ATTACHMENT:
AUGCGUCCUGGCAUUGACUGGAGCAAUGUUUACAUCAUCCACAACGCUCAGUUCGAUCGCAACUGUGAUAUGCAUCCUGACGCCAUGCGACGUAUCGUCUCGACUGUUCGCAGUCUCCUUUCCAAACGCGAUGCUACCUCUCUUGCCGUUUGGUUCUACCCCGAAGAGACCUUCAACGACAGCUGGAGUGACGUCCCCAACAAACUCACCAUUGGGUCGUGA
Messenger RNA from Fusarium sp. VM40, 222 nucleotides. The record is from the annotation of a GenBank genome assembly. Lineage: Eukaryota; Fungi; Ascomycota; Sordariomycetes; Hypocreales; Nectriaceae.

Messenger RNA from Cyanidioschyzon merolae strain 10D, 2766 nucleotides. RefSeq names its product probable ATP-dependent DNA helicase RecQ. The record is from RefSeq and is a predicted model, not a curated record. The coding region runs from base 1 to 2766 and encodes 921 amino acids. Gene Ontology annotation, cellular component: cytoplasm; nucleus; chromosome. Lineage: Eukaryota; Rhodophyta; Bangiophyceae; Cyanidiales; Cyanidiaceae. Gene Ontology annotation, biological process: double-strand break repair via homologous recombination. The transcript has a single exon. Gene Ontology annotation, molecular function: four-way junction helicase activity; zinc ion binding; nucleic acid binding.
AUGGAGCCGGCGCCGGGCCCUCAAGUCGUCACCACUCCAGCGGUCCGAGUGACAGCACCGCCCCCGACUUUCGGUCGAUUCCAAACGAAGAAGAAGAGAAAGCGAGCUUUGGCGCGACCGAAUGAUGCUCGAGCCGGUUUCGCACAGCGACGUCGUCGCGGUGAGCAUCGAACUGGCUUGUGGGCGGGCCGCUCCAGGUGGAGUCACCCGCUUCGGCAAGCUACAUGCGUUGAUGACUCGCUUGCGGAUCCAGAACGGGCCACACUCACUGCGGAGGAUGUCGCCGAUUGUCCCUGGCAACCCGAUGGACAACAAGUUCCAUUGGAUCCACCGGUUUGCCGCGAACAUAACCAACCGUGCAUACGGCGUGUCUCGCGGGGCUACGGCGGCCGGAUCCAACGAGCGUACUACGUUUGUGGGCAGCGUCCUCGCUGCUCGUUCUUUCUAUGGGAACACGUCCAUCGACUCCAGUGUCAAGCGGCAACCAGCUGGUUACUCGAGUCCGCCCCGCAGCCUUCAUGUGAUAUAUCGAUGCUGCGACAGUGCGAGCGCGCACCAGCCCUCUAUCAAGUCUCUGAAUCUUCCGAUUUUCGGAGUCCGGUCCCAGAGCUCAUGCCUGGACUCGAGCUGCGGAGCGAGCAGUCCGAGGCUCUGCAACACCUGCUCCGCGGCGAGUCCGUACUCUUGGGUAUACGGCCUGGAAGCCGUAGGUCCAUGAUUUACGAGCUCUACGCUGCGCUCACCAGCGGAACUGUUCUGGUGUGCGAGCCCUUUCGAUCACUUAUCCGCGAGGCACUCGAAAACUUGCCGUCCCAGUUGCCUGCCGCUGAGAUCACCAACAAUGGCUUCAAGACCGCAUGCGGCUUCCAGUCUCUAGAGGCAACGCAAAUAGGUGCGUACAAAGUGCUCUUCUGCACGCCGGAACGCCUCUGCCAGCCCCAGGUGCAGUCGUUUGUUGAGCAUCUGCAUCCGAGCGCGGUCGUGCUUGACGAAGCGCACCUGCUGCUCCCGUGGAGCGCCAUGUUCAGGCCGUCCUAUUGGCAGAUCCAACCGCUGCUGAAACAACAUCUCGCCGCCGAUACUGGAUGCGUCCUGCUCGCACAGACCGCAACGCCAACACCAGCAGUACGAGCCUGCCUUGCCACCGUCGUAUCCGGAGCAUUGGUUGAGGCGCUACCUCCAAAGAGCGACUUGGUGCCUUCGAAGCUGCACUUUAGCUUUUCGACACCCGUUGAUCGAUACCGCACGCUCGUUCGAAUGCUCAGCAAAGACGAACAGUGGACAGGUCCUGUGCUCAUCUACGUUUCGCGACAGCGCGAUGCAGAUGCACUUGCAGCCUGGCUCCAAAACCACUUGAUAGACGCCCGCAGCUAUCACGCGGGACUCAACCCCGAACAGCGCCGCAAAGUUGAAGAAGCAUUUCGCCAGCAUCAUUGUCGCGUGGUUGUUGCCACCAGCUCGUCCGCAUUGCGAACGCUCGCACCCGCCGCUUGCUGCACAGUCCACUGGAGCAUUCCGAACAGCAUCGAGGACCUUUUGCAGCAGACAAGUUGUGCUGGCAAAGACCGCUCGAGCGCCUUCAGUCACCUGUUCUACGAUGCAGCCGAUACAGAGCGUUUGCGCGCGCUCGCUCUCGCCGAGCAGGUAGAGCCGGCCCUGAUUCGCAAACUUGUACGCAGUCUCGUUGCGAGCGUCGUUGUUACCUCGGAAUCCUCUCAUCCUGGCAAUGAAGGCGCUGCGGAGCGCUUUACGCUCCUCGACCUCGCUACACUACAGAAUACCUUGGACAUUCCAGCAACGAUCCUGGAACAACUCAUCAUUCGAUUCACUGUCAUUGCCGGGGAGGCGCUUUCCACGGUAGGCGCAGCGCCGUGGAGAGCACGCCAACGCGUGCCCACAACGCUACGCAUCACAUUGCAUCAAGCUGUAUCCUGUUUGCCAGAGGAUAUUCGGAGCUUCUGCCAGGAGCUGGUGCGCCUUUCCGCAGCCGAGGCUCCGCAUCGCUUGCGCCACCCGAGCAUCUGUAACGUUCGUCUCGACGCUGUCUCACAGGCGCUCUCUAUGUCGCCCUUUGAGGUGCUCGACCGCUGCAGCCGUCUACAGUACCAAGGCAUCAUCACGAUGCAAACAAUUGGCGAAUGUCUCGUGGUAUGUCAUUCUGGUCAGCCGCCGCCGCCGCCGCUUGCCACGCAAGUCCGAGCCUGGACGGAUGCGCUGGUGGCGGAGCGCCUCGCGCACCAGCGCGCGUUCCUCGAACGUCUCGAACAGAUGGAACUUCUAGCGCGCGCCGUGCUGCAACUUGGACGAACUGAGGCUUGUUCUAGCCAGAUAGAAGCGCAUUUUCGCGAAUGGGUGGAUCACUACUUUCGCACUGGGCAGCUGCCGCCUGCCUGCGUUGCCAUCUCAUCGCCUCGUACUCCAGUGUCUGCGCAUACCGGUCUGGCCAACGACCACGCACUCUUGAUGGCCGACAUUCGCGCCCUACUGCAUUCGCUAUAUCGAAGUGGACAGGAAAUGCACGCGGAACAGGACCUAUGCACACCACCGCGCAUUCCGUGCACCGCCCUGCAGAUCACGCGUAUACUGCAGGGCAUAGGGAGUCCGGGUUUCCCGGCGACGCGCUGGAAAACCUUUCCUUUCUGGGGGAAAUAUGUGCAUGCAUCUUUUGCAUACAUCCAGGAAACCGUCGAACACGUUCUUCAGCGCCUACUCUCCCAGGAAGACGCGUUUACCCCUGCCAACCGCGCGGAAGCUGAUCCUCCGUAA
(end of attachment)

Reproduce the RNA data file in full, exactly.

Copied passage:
AUGCGUCCUGGCAUUGACUGGAGCAAUGUUUACAUCAUCCACAACGCUCAGUUCGAUCGCAACUGUGAUAUGCAUCCUGACGCCAUGCGACGUAUCGUCUCGACUGUUCGCAGUCUCCUUUCCAAACGCGAUGCUACCUCUCUUGCCGUUUGGUUCUACCCCGAAGAGACCUUCAACGACAGCUGGAGUGACGUCCCCAACAAACUCACCAUUGGGUCGUGA
Messenger RNA from Fusarium sp. VM40, 222 nucleotides. The record is from the annotation of a GenBank genome assembly. Lineage: Eukaryota; Fungi; Ascomycota; Sordariomycetes; Hypocreales; Nectriaceae.

Messenger RNA from Cyanidioschyzon merolae strain 10D, 2766 nucleotides. RefSeq names its product probable ATP-dependent DNA helicase RecQ. The record is from RefSeq and is a predicted model, not a curated record. The coding region runs from base 1 to 2766 and encodes 921 amino acids. Gene Ontology annotation, cellular component: cytoplasm; nucleus; chromosome. Lineage: Eukaryota; Rhodophyta; Bangiophyceae; Cyanidiales; Cyanidiaceae. Gene Ontology annotation, biological process: double-strand break repair via homologous recombination. The transcript has a single exon. Gene Ontology annotation, molecular function: four-way junction helicase activity; zinc ion binding; nucleic acid binding.
AUGGAGCCGGCGCCGGGCCCUCAAGUCGUCACCACUCCAGCGGUCCGAGUGACAGCACCGCCCCCGACUUUCGGUCGAUUCCAAACGAAGAAGAAGAGAAAGCGAGCUUUGGCGCGACCGAAUGAUGCUCGAGCCGGUUUCGCACAGCGACGUCGUCGCGGUGAGCAUCGAACUGGCUUGUGGGCGGGCCGCUCCAGGUGGAGUCACCCGCUUCGGCAAGCUACAUGCGUUGAUGACUCGCUUGCGGAUCCAGAACGGGCCACACUCACUGCGGAGGAUGUCGCCGAUUGUCCCUGGCAACCCGAUGGACAACAAGUUCCAUUGGAUCCACCGGUUUGCCGCGAACAUAACCAACCGUGCAUACGGCGUGUCUCGCGGGGCUACGGCGGCCGGAUCCAACGAGCGUACUACGUUUGUGGGCAGCGUCCUCGCUGCUCGUUCUUUCUAUGGGAACACGUCCAUCGACUCCAGUGUCAAGCGGCAACCAGCUGGUUACUCGAGUCCGCCCCGCAGCCUUCAUGUGAUAUAUCGAUGCUGCGACAGUGCGAGCGCGCACCAGCCCUCUAUCAAGUCUCUGAAUCUUCCGAUUUUCGGAGUCCGGUCCCAGAGCUCAUGCCUGGACUCGAGCUGCGGAGCGAGCAGUCCGAGGCUCUGCAACACCUGCUCCGCGGCGAGUCCGUACUCUUGGGUAUACGGCCUGGAAGCCGUAGGUCCAUGAUUUACGAGCUCUACGCUGCGCUCACCAGCGGAACUGUUCUGGUGUGCGAGCCCUUUCGAUCACUUAUCCGCGAGGCACUCGAAAACUUGCCGUCCCAGUUGCCUGCCGCUGAGAUCACCAACAAUGGCUUCAAGACCGCAUGCGGCUUCCAGUCUCUAGAGGCAACGCAAAUAGGUGCGUACAAAGUGCUCUUCUGCACGCCGGAACGCCUCUGCCAGCCCCAGGUGCAGUCGUUUGUUGAGCAUCUGCAUCCGAGCGCGGUCGUGCUUGACGAAGCGCACCUGCUGCUCCCGUGGAGCGCCAUGUUCAGGCCGUCCUAUUGGCAGAUCCAACCGCUGCUGAAACAACAUCUCGCCGCCGAUACUGGAUGCGUCCUGCUCGCACAGACCGCAACGCCAACACCAGCAGUACGAGCCUGCCUUGCCACCGUCGUAUCCGGAGCAUUGGUUGAGGCGCUACCUCCAAAGAGCGACUUGGUGCCUUCGAAGCUGCACUUUAGCUUUUCGACACCCGUUGAUCGAUACCGCACGCUCGUUCGAAUGCUCAGCAAAGACGAACAGUGGACAGGUCCUGUGCUCAUCUACGUUUCGCGACAGCGCGAUGCAGAUGCACUUGCAGCCUGGCUCCAAAACCACUUGAUAGACGCCCGCAGCUAUCACGCGGGACUCAACCCCGAACAGCGCCGCAAAGUUGAAGAAGCAUUUCGCCAGCAUCAUUGUCGCGUGGUUGUUGCCACCAGCUCGUCCGCAUUGCGAACGCUCGCACCCGCCGCUUGCUGCACAGUCCACUGGAGCAUUCCGAACAGCAUCGAGGACCUUUUGCAGCAGACAAGUUGUGCUGGCAAAGACCGCUCGAGCGCCUUCAGUCACCUGUUCUACGAUGCAGCCGAUACAGAGCGUUUGCGCGCGCUCGCUCUCGCCGAGCAGGUAGAGCCGGCCCUGAUUCGCAAACUUGUACGCAGUCUCGUUGCGAGCGUCGUUGUUACCUCGGAAUCCUCUCAUCCUGGCAAUGAAGGCGCUGCGGAGCGCUUUACGCUCCUCGACCUCGCUACACUACAGAAUACCUUGGACAUUCCAGCAACGAUCCUGGAACAACUCAUCAUUCGAUUCACUGUCAUUGCCGGGGAGGCGCUUUCCACGGUAGGCGCAGCGCCGUGGAGAGCACGCCAACGCGUGCCCACAACGCUACGCAUCACAUUGCAUCAAGCUGUAUCCUGUUUGCCAGAGGAUAUUCGGAGCUUCUGCCAGGAGCUGGUGCGCCUUUCCGCAGCCGAGGCUCCGCAUCGCUUGCGCCACCCGAGCAUCUGUAACGUUCGUCUCGACGCUGUCUCACAGGCGCUCUCUAUGUCGCCCUUUGAGGUGCUCGACCGCUGCAGCCGUCUACAGUACCAAGGCAUCAUCACGAUGCAAACAAUUGGCGAAUGUCUCGUGGUAUGUCAUUCUGGUCAGCCGCCGCCGCCGCCGCUUGCCACGCAAGUCCGAGCCUGGACGGAUGCGCUGGUGGCGGAGCGCCUCGCGCACCAGCGCGCGUUCCUCGAACGUCUCGAACAGAUGGAACUUCUAGCGCGCGCCGUGCUGCAACUUGGACGAACUGAGGCUUGUUCUAGCCAGAUAGAAGCGCAUUUUCGCGAAUGGGUGGAUCACUACUUUCGCACUGGGCAGCUGCCGCCUGCCUGCGUUGCCAUCUCAUCGCCUCGUACUCCAGUGUCUGCGCAUACCGGUCUGGCCAACGACCACGCACUCUUGAUGGCCGACAUUCGCGCCCUACUGCAUUCGCUAUAUCGAAGUGGACAGGAAAUGCACGCGGAACAGGACCUAUGCACACCACCGCGCAUUCCGUGCACCGCCCUGCAGAUCACGCGUAUACUGCAGGGCAUAGGGAGUCCGGGUUUCCCGGCGACGCGCUGGAAAACCUUUCCUUUCUGGGGGAAAUAUGUGCAUGCAUCUUUUGCAUACAUCCAGGAAACCGUCGAACACGUUCUUCAGCGCCUACUCUCCCAGGAAGACGCGUUUACCCCUGCCAACCGCGCGGAAGCUGAUCCUCCGUAA